We all want to do our best, and that’s all we can do. I will make mistakes. I’ll learn from them, forgive myself and move on. Nobody’s perfect.

Meeting Your Writing Needs Through Blogs

There are so many writing blogs available on the web that it’s difficult to decide which ones to read. Fortunately, there is something available for every taste and need, as reflected by the variety of Favorites we have listed on this site.

1. Looking for Inspiration

Writing is solitary by nature unless you’re part of a team like Morgan St. James of the Silver Sister Mysteries. When you need to connect, there are blogs available where writers share their process, write about everyday events, and simply offer a connection to another creative person.

Under the Tiki Hut mixes writing advice and life observations. Carol Kilgore shares her writing processes in a personal way that leaves one feeling that they’ve been privileged to share her day with her. The same can be said of Kristol Holl at Writer’s First Aid. The observations at God’s Teeth are a bit more biting, (I couldn’t resist) but I’m working on making my point without indulging in self-righteousness.

For those who write for children, What a Mystery! will take you straight into those young minds. Read stories written by kids and get a feel for what they like.

If you need to jump start your imagination, there is nothing more interesting than the truth. You can read all sorts of fascinating and sometimes creepy articles by Dr. D.P. Lyle at The Writer’s Forensic Blog.

Good writers also read, and it helps to have dependable reviews to guide your buying (or renting) habits. Jackie Houchin’s News & Reviews is such a site. Whether you’re looking for a good book to read or you can’t decide which play to see this weekend, Jackie can point you in the right direction.

Other book review sites include Kevin’s Corner and A Book and A Dish. At the latter site, reviews are accompanied by recipes!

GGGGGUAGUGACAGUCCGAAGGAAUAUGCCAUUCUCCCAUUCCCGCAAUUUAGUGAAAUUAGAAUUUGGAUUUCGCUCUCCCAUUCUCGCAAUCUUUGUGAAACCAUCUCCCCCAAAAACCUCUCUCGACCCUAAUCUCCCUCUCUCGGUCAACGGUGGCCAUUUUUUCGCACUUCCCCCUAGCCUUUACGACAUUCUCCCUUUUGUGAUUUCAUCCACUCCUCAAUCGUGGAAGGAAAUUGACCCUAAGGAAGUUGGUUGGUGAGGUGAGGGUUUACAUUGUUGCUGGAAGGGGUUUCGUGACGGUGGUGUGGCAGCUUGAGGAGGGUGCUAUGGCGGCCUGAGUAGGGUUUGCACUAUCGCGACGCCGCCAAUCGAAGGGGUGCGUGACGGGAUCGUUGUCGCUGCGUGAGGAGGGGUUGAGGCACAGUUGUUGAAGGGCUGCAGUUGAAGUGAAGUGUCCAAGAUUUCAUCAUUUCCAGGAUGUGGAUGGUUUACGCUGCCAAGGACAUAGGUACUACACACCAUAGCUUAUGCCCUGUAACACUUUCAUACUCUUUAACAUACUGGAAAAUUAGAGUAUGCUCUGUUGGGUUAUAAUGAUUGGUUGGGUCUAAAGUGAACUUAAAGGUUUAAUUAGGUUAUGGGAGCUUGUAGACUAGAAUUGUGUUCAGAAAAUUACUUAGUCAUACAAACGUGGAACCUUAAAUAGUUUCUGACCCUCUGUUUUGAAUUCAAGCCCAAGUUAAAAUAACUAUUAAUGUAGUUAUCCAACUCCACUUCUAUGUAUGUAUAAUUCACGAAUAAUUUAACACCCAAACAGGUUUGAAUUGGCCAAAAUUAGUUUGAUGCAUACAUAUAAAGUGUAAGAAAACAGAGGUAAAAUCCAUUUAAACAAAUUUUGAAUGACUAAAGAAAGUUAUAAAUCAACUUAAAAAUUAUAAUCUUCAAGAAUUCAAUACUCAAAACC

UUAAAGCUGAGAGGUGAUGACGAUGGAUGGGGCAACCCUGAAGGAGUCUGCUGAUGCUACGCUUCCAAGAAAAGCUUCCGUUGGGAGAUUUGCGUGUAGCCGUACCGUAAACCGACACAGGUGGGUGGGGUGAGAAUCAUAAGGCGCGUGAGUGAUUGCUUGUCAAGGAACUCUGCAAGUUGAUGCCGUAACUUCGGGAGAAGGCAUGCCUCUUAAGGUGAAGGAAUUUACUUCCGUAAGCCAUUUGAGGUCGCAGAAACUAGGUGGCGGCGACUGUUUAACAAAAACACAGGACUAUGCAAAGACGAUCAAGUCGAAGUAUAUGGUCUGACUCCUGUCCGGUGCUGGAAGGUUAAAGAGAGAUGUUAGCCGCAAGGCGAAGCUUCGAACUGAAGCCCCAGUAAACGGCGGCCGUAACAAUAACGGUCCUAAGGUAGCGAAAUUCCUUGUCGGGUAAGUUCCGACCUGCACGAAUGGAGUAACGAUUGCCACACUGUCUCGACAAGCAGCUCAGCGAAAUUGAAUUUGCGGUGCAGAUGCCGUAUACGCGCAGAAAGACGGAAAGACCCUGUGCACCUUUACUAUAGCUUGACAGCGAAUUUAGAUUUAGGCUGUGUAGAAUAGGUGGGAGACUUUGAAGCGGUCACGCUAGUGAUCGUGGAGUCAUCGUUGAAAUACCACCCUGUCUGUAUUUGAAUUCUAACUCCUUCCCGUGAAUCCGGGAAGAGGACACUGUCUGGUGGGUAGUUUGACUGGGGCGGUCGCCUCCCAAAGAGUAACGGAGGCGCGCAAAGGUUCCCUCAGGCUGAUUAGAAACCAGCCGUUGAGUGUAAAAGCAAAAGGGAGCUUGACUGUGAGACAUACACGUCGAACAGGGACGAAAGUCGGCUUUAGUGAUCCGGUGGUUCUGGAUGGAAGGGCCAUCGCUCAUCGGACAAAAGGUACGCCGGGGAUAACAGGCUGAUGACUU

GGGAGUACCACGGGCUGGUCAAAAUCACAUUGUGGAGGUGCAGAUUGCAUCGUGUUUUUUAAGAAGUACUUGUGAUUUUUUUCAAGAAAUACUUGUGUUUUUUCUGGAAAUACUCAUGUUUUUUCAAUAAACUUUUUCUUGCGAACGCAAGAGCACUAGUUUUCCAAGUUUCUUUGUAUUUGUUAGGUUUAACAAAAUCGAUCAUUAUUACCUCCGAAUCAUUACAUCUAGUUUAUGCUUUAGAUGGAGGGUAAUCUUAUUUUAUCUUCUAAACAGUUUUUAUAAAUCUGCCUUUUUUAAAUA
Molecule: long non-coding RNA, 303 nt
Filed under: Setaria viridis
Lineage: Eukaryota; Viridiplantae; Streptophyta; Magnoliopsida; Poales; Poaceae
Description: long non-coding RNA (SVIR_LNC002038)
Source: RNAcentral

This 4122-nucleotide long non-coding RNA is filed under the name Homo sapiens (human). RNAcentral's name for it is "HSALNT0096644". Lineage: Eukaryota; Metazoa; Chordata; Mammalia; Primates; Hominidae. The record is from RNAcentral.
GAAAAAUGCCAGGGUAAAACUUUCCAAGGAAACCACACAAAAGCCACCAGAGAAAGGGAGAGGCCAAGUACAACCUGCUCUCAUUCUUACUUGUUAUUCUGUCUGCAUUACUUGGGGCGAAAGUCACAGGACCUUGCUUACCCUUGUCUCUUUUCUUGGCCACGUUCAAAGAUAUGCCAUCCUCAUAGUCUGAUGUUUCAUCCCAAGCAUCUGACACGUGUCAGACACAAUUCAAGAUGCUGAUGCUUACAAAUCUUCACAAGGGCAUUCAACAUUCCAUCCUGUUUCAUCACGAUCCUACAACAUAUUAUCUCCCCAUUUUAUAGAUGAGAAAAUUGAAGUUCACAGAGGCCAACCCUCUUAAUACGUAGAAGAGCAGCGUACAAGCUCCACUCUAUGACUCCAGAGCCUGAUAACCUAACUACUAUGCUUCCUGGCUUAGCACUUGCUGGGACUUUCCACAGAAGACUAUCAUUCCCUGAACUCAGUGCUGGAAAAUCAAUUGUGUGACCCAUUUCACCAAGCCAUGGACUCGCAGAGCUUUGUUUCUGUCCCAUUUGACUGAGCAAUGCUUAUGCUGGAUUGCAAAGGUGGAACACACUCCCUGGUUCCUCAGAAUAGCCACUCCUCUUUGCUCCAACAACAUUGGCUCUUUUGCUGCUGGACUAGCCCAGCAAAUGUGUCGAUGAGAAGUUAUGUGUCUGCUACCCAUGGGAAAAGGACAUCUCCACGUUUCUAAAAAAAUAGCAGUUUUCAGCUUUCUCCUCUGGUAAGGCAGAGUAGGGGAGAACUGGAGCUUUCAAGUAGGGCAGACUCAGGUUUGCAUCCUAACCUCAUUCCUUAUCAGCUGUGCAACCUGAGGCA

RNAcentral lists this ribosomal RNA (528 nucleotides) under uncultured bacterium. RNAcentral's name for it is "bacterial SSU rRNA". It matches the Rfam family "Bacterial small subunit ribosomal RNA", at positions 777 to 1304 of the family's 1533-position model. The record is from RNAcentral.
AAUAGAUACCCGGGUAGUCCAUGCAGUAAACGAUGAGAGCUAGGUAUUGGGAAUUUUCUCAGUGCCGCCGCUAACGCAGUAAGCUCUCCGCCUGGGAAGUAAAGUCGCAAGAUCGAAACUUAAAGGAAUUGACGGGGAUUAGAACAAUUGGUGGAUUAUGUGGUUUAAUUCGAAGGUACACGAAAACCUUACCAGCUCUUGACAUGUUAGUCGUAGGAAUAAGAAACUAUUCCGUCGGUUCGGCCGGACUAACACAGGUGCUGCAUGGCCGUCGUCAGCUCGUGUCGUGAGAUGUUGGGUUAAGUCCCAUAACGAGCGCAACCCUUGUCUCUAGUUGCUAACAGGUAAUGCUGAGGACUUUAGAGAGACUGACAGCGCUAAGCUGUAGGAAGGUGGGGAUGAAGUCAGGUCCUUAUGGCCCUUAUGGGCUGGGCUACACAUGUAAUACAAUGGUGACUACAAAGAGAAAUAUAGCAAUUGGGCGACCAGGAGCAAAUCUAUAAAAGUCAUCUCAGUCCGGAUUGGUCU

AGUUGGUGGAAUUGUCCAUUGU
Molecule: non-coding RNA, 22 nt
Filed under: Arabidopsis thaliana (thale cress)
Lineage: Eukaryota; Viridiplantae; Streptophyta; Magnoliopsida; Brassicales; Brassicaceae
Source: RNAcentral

2. The book or story is done. Now what?

The Rose City Sisters is a flash fiction anthology that’s a delight to read and also a place to submit your work. In between the stories are quick bits of information including contests looking for submissions and writing tools.

When you’re ready to promote, Number One Novels is the place to go. Make sure you read the guidelines before submitting your work. Interviews are posted on Monday, and you can link to Rebecca Chastain’s personal blog from here for a closer look at NON’s author/creator.

Go to The Official Site of GB Pool and check out her Events & Signings page. This is what it looks like when an author gets involved in the writing community. Hopefully, you’ll be inspired to get out of the house and network with other writers.

One of my favorite blogs JA Konrath’s A Newbie Guide to Publishing. Here, I can laugh at his observations about both critics and writers or giggle over one of his outrageous author interviews. What the site is best known for is the amazing amount of information about marketing. I consider Mr. Konrath a genius at self-promotion, and writers would do well to observe and take notes.

3. The crème de la crème

Backspace lets you sample blogs from all over, with new posts every day from different writers. If you can only take time to visit one site, this is it.

Whenever you visit a blog, make sure to sample from the sidebar of Favorites. You’ll discover new blogs that provide what you’re searching for, whether it is information, inspiration, or a chuckle to help you out of a funk.